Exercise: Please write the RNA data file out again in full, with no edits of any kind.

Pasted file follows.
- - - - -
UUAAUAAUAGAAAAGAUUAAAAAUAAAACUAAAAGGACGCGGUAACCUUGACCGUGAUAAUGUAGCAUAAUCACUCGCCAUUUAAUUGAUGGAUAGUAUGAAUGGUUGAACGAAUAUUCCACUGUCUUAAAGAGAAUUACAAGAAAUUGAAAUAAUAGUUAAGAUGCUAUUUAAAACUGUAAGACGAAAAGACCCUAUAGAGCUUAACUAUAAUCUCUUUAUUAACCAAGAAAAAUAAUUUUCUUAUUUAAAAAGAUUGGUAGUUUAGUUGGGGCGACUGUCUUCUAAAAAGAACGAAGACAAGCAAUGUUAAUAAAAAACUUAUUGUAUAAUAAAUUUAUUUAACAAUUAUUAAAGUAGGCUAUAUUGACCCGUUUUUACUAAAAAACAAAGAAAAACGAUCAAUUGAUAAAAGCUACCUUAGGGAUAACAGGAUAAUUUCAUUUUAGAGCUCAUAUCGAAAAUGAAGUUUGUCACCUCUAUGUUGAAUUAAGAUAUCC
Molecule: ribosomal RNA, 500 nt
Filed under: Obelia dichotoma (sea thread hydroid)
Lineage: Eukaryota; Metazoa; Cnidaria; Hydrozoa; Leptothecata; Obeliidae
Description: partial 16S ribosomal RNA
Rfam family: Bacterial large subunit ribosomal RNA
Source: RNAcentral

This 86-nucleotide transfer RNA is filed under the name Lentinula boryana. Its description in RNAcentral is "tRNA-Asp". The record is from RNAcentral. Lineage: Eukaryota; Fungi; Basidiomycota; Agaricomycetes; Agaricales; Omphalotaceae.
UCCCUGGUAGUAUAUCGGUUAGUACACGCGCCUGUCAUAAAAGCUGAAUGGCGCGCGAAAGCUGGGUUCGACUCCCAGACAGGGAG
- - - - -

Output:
UUAAUAAUAGAAAAGAUUAAAAAUAAAACUAAAAGGACGCGGUAACCUUGACCGUGAUAAUGUAGCAUAAUCACUCGCCAUUUAAUUGAUGGAUAGUAUGAAUGGUUGAACGAAUAUUCCACUGUCUUAAAGAGAAUUACAAGAAAUUGAAAUAAUAGUUAAGAUGCUAUUUAAAACUGUAAGACGAAAAGACCCUAUAGAGCUUAACUAUAAUCUCUUUAUUAACCAAGAAAAAUAAUUUUCUUAUUUAAAAAGAUUGGUAGUUUAGUUGGGGCGACUGUCUUCUAAAAAGAACGAAGACAAGCAAUGUUAAUAAAAAACUUAUUGUAUAAUAAAUUUAUUUAACAAUUAUUAAAGUAGGCUAUAUUGACCCGUUUUUACUAAAAAACAAAGAAAAACGAUCAAUUGAUAAAAGCUACCUUAGGGAUAACAGGAUAAUUUCAUUUUAGAGCUCAUAUCGAAAAUGAAGUUUGUCACCUCUAUGUUGAAUUAAGAUAUCC
Molecule: ribosomal RNA, 500 nt
Filed under: Obelia dichotoma (sea thread hydroid)
Lineage: Eukaryota; Metazoa; Cnidaria; Hydrozoa; Leptothecata; Obeliidae
Description: partial 16S ribosomal RNA
Rfam family: Bacterial large subunit ribosomal RNA
Source: RNAcentral

This 86-nucleotide transfer RNA is filed under the name Lentinula boryana. Its description in RNAcentral is "tRNA-Asp". The record is from RNAcentral. Lineage: Eukaryota; Fungi; Basidiomycota; Agaricomycetes; Agaricales; Omphalotaceae.
UCCCUGGUAGUAUAUCGGUUAGUACACGCGCCUGUCAUAAAAGCUGAAUGGCGCGCGAAAGCUGGGUUCGACUCCCAGACAGGGAG